After years of wheeling, wrenching, and trail riding, my 4x4s typically fall into one of two categories: It’s either a trail rig or an adventure rig. To me, a trail rig is one that primarily sees off-road use. I don’t have to compromise on components because they might not be street friendly, nor do I have to worry about the cosmetics of the Jeep because it’s just going to get scratched and dented the next time it hits the dirt.
My ’99 Jeep Cherokee has been the epitome of the ideal trail rig. I named it Disposable Hero for the fact that the ’84-’01 Cherokee XJ platforms have become one of the easiest and cheapest 4x4s to get into. The ’99 I started out with had already been rolled, bashed, and broken multiple times, but yet, there was plenty of life left in the aging Unitbody. Ultimately, I knew that the aftermarket parts I placed on the Jeep would outlive the sheetmetal host.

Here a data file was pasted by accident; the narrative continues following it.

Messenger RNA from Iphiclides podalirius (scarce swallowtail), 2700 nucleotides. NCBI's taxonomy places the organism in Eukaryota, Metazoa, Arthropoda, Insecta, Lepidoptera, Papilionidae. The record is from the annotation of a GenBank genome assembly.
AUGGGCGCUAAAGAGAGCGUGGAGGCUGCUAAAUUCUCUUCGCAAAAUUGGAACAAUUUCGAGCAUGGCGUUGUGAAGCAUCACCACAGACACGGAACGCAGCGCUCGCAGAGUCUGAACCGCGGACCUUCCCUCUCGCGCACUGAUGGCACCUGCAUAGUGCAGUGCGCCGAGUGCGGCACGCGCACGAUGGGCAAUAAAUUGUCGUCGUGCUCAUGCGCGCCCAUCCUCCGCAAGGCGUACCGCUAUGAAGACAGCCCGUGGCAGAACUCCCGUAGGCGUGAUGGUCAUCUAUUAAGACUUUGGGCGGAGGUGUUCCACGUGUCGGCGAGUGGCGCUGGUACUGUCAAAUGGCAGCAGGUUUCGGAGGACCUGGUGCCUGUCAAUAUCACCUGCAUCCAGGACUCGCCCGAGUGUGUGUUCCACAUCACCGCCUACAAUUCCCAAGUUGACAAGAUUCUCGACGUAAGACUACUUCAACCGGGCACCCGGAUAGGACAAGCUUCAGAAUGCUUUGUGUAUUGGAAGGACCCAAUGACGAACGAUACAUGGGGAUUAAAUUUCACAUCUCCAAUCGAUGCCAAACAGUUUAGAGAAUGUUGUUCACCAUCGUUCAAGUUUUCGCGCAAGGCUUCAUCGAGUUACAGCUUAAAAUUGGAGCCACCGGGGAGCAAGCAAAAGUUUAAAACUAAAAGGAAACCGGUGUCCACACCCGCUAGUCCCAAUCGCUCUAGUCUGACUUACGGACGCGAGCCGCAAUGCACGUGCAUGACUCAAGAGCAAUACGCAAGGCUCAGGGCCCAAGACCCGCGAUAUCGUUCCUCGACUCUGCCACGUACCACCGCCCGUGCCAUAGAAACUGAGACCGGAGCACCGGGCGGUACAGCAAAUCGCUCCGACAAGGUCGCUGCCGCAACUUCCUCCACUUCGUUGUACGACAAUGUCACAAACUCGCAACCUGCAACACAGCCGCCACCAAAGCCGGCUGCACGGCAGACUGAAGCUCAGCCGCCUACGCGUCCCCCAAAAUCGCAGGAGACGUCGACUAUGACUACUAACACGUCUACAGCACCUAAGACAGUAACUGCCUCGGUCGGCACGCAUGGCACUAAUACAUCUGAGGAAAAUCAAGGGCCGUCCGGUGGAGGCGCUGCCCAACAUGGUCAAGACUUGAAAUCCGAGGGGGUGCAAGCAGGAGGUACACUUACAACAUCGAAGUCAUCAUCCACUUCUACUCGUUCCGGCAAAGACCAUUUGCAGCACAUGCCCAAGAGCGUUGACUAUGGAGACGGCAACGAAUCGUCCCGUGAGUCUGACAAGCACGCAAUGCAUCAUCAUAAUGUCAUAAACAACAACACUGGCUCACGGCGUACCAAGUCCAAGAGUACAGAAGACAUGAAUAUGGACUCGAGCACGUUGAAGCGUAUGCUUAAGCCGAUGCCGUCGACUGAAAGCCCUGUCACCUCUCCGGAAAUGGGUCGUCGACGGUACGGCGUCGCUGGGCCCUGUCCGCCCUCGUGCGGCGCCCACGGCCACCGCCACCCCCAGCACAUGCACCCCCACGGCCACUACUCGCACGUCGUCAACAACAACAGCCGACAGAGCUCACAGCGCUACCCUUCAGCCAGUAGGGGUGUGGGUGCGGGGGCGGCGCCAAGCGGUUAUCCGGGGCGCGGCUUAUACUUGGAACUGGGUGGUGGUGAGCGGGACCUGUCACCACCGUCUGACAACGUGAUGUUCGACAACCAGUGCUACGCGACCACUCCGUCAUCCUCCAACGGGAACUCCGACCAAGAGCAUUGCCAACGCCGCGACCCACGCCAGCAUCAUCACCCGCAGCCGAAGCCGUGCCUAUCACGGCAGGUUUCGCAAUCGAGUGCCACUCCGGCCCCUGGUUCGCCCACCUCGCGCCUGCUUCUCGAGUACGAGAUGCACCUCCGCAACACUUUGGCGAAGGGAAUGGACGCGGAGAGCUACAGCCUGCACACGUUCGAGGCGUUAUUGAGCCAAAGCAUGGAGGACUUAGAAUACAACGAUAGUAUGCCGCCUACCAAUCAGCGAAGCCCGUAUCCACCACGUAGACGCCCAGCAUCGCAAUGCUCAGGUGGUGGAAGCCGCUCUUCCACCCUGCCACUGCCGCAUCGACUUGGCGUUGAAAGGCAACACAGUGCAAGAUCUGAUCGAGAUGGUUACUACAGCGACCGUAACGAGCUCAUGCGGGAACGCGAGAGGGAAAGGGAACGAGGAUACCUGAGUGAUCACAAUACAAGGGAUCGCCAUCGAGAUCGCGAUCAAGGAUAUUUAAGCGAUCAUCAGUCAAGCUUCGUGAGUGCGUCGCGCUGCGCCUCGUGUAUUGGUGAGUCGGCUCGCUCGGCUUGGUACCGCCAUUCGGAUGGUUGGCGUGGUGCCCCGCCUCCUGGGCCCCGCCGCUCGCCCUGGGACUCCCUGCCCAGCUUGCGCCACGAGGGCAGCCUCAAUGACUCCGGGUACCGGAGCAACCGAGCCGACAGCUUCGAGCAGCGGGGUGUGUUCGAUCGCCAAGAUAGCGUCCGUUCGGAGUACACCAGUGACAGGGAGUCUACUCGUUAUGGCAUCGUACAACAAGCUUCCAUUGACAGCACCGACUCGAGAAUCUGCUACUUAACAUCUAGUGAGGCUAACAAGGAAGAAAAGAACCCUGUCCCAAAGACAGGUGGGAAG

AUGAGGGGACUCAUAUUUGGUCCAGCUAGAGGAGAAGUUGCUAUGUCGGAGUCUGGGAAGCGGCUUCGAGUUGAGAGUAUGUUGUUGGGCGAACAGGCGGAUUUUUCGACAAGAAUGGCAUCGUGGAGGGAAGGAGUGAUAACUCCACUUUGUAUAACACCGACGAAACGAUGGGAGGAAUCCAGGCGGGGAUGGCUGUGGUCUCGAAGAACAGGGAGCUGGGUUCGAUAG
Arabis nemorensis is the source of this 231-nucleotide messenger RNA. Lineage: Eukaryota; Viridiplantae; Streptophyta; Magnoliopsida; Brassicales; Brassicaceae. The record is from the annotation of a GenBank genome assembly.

When in fact the sheetmetal does crumble for the last time, I can easily slide the parts under another suitable XJ. In hindsight, maybe I should have called it Mr. Potato Head. That might have more clearly conveyed the fact that I don’t feel the Jeep is entirely disposable but rather the parts are very easy to swap and exchange between the long-running XJ platforms.
Like every project I am a part of, I learn something that I can carry to the next. Building a Unitbody rig is a little more challenging but can be done with great success. I’m still toying with the idea of a low-lift big-tire WJ (’99-’04 Grand Cherokee), but for now, I’ll stick with building one Unitbody vehicle at a time!